Women in Colombia defy violence to help build peace
Despite big role in peace accord, women activists still face threats of violence and murder
Women hold signs during a performance to raise conciousness about violence against women in Bolivar square, Bogotá on March 6th. Photograph: Diana Sanchez/AFP/Getty Images
Although the Colombian peace accord was signed more than three years ago, domestic and gender-based violence remains all too familiar for women who attempt to challenge the patriarchal society.
In November 2016 the country’s largest rebel group, the Revolutionary Armed Forces of Colombia, known as Farc, entered into an agreement with the government to surrender their weapons and end the violence that plagued the country for more than five decades.
Some 578 stipulations were set out as part of the treaty, relating to a variety of issues such as illicit drugs, land values, and improving the lives of rural Colombians.
Female involvement in the negotiations was integral and by the end of discussions 122 of the agreements related to gender issues and obtaining equality between men and women.
However, women who are attempting to continue this work – either through activism or running for office – are facing brutal attacks, threats, rape and murder.
Upcoming regional elections on October 27th, which will be the first since the treaty was signed, have been marked by an increase in female participation as well as more candidates speaking out against violence.
That development hasn’t been well received, however, with seven candidates in favour of the peace accords having been assassinated to date.
A further 10 women human rights defenders have been murdered this year so far, 66 per cent higher than the number killed during the whole of 2018, according to the Defensoría Del Pueblo, a Colombian state body.
Speaking through a translator on a visit to Dublin, Maria Eugenia Cruz Alarcón, co-ordinator of the National Network of Women Human Rights Defenders in Colombia, said that female activists and candidates are being targeted as a direct result of their gender.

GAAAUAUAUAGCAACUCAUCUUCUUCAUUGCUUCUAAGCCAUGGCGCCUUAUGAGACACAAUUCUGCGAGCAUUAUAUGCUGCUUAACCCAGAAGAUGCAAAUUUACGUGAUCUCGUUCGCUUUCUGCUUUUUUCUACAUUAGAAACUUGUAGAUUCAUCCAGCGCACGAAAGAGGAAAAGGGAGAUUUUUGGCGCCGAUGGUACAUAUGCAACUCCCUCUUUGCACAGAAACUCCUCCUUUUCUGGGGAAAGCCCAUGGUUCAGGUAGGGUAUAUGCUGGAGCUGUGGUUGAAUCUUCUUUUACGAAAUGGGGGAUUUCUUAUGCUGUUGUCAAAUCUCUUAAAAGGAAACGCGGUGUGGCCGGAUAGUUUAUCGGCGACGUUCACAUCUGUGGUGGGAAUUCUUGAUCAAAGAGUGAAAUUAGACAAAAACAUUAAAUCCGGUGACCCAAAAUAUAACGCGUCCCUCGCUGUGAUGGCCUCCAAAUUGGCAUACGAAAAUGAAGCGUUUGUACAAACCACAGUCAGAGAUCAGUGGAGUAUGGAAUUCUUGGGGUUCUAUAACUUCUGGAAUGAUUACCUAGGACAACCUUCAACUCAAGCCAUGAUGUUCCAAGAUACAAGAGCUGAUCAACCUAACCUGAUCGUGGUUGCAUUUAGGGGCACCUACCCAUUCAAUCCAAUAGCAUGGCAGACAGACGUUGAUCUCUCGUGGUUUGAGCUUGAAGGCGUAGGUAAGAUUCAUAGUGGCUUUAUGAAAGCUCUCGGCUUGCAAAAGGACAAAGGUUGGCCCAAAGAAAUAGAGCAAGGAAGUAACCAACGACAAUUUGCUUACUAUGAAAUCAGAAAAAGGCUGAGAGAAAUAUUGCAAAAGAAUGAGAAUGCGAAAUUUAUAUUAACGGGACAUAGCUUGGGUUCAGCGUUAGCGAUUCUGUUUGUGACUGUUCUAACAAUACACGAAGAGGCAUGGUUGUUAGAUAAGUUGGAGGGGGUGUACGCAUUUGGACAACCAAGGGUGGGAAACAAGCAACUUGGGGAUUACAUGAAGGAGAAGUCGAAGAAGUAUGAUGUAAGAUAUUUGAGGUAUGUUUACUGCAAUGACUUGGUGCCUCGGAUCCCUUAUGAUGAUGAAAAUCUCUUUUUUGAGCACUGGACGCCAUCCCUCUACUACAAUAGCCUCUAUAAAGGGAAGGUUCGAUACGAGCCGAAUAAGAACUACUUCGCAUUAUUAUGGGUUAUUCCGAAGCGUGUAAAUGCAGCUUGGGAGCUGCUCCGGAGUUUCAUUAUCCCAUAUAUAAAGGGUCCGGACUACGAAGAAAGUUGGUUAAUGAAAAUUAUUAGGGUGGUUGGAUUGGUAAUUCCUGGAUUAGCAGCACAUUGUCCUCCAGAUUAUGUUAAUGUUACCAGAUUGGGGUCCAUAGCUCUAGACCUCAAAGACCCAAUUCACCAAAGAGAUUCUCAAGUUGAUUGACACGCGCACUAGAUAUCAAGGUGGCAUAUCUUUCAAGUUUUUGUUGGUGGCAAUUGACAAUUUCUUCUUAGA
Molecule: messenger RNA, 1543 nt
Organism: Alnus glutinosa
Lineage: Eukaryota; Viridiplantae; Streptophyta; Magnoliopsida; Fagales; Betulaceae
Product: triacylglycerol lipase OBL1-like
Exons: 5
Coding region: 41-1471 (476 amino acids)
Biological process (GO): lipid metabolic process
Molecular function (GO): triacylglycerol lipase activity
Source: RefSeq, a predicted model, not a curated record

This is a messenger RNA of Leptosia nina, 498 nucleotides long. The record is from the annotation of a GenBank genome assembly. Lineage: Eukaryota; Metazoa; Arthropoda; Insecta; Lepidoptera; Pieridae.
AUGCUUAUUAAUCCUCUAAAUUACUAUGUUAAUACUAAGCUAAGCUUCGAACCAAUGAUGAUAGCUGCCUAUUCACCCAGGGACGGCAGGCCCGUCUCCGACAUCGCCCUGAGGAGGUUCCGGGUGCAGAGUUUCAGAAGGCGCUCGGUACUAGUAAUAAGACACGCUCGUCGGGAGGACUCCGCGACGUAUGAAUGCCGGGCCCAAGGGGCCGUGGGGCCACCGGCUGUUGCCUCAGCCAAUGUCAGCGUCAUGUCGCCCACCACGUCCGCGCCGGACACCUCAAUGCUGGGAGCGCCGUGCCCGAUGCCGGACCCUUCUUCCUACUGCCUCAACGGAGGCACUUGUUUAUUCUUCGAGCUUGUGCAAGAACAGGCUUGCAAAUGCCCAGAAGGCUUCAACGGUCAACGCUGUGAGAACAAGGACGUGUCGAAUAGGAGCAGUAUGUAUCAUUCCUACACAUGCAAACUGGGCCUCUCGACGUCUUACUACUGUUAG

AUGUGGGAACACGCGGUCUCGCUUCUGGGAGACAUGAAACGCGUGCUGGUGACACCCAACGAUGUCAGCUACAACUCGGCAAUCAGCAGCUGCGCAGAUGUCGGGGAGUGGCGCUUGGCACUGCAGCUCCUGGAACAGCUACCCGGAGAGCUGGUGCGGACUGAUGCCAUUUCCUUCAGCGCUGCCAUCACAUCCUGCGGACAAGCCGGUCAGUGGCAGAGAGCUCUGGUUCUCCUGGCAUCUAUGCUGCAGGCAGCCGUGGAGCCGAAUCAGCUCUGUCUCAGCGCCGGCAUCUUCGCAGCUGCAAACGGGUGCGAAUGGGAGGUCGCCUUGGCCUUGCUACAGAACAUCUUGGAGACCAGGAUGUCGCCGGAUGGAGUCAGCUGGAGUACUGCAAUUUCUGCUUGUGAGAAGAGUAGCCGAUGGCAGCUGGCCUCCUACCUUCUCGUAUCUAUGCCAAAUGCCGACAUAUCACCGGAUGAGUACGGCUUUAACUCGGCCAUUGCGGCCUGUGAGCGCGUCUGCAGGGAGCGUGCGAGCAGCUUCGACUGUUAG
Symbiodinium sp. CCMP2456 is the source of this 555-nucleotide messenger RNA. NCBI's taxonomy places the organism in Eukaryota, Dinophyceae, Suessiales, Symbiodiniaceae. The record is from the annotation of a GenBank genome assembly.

“So many of the threats have a gendered mark. Sexist language is used but also the fact that we are women is used in the threat,” said Alarcón.
“We are threatened that we should be at home looking after our children. They are threatening our children and many women are punished with rape and sexual attacks.”
The threats of violence can be delivered face to face, by dissidents knocking on women’s homes, or even through written letters sent to family members.
Alarcón, who has been working as a human rights defender for a decade, was raped at the age of 17 by paramilitary soldiers. It is because of this experience, she says, that she decided to fight for women’s rights.
“Within this process, we’ve been able to give new significance to the violence we’ve experienced and now we see ourselves as constructive peace builders. Now we’re human rights defenders, as opposed to victims,” she said.
“Learning that we actually have rights was fundamental. Before we just lived this, and experienced this, thinking it was something that we had to do because we were women,” she added.
The rise in violence towards women has been attributed to the delayed implementation of some of the promises outlined in 2016.
Colombia’s new president, Iván Duque, a right-wing politician who took office in August 2018, has expressed scepticism about the accords and wants to change some of the commitments that were fundamental to the rebels agreeing to lay down their weapons.
In addition, lands that Farc surrendered post-agreement were left empty, despite government promises to occupy them. As a result, other armed actors have entered the vacuum.
“They [armed groups] have come into these areas and they now control the production of different resources, not just drugs but like gold and diamonds. These areas are now full of criminality and chaos,” said Alarcón.
“The state is arriving with its troops and its soldiers and they’re generating fear and repression in the way that armed actors do. They’re not coming with the proposals that were seen in the peace accords. They’re not coming with ideas on how to construct society.”
Despite the danger that campaigning for change can mean for women, the advocacy groups and election candidates are going to continue their work because “it’s too important”.
“The work that we’re doing signifies that we’re trying to break away from old schemes, old ways of being. Women are standing at the forefront of doing this,” said Alarcón.